Concentrations of PFOS required to saturate albumin would be in excess of 50 to 100 mg/L. Based on current environmental concentrations, it is unlikely that PFOS would cause displacement of hormones from serum proteins in wildlife.
Note: implies that albumin can be saturated, and that its saturation with one thing prevents it from transporting other things. For example, when saturated with bilirubin, transportation of energy or thyroid hormones may be diminished.
The cytoxicity of bilirubin cannot be accurately assessed from its total concentration in plasma, because bilirubin is bound to albumin. The current studies demonstrate the ability of albumin to bind bilirubin is significantly reduced when other organic anions (e.g. sulfisoxazole, benzoate, and hematin, which also bind to albumin) coexist in the plasma of neonatal infants with hyper-bilirubinemia. The results indicate that the pathogenesis of bilirubin toxicity is more closely related to that fraction of the circulating bilirubin which is dissociated from albumin or indirectly to the relative saturation of the albumin with bilirubin.
SCIENCE: National Library of Medicine
The influence of fatty acids on the binding of bilirubin to albumin.
The influence of free fatty acids (FFA's) on the albumin binding of bilirubin was studied in vitro in the plasma of infants with neonatal hyperbilirubineamia and in solutions employing crystalline albumin to which bilirubin and FFA (oleic acid) were added. The bilirubin saturation index (SI) was utilized to distinguish between that fraction of bilirubin bound at the primary (high-affinity) site of albumin and bilirubin bound at secondary sites from which it is easily dissociated by salicylate. The relative saturation of albumin with bilirubin was also measured by addition of salicylate to whole blood samples where bilirubin was also measured by addition of salicylate to whole blood samples where bilirubin dissociated from the albumin could be sequestered by the red cells. The present studies indicate that FFA's influence the binding of bilirubin in two ways. At molar ratios of FFA to albumin (2:1 to 4:1), the FFA's compete with bilirubin for binding at the high-affinity site so that a significant portion of the bilirubin is transported at secondary sites, making it susceptible to displacement by water-soluble organic anions. At high molar ratios (greater than 5:1) FFA's compete with bilirubin for albumin binding at the secondary sites as well. In contrast to crystalline albumin where the first two molar equivalents of FFA do not influence the binding of bilirubin to albumin, all FFA concentrations in hyperbilirubinemic plasma reduce the affinity of albumin for bilirubin at its high-affinity site even though there is a molar excess of albumin over bilirubin.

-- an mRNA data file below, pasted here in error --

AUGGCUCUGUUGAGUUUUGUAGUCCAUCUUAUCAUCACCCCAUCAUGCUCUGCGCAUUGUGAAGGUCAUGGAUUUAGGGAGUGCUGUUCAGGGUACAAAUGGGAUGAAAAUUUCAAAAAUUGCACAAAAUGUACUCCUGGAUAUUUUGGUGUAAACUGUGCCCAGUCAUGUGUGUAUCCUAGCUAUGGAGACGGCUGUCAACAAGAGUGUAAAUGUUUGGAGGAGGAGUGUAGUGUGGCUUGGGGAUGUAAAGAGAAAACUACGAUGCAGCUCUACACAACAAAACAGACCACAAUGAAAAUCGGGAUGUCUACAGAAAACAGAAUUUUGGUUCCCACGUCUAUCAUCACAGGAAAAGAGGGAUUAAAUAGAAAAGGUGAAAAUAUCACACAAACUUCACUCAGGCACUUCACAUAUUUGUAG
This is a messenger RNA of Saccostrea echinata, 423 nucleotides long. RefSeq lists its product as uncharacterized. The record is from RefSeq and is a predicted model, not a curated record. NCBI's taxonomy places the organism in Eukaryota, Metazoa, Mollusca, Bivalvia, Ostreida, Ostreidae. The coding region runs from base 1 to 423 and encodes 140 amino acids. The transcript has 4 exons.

One gram of adult albumin will bind very tightly at its high affinity binding sites approximately 8 mg of bilirubin. Additional bilirubin can bind to secondary sites on albumin; but these latter complexes have a binding constant approximately two orders of magnitude lower than the high affinity binding sites on the albumin (5).
Reasons why bilirubin may enter brain: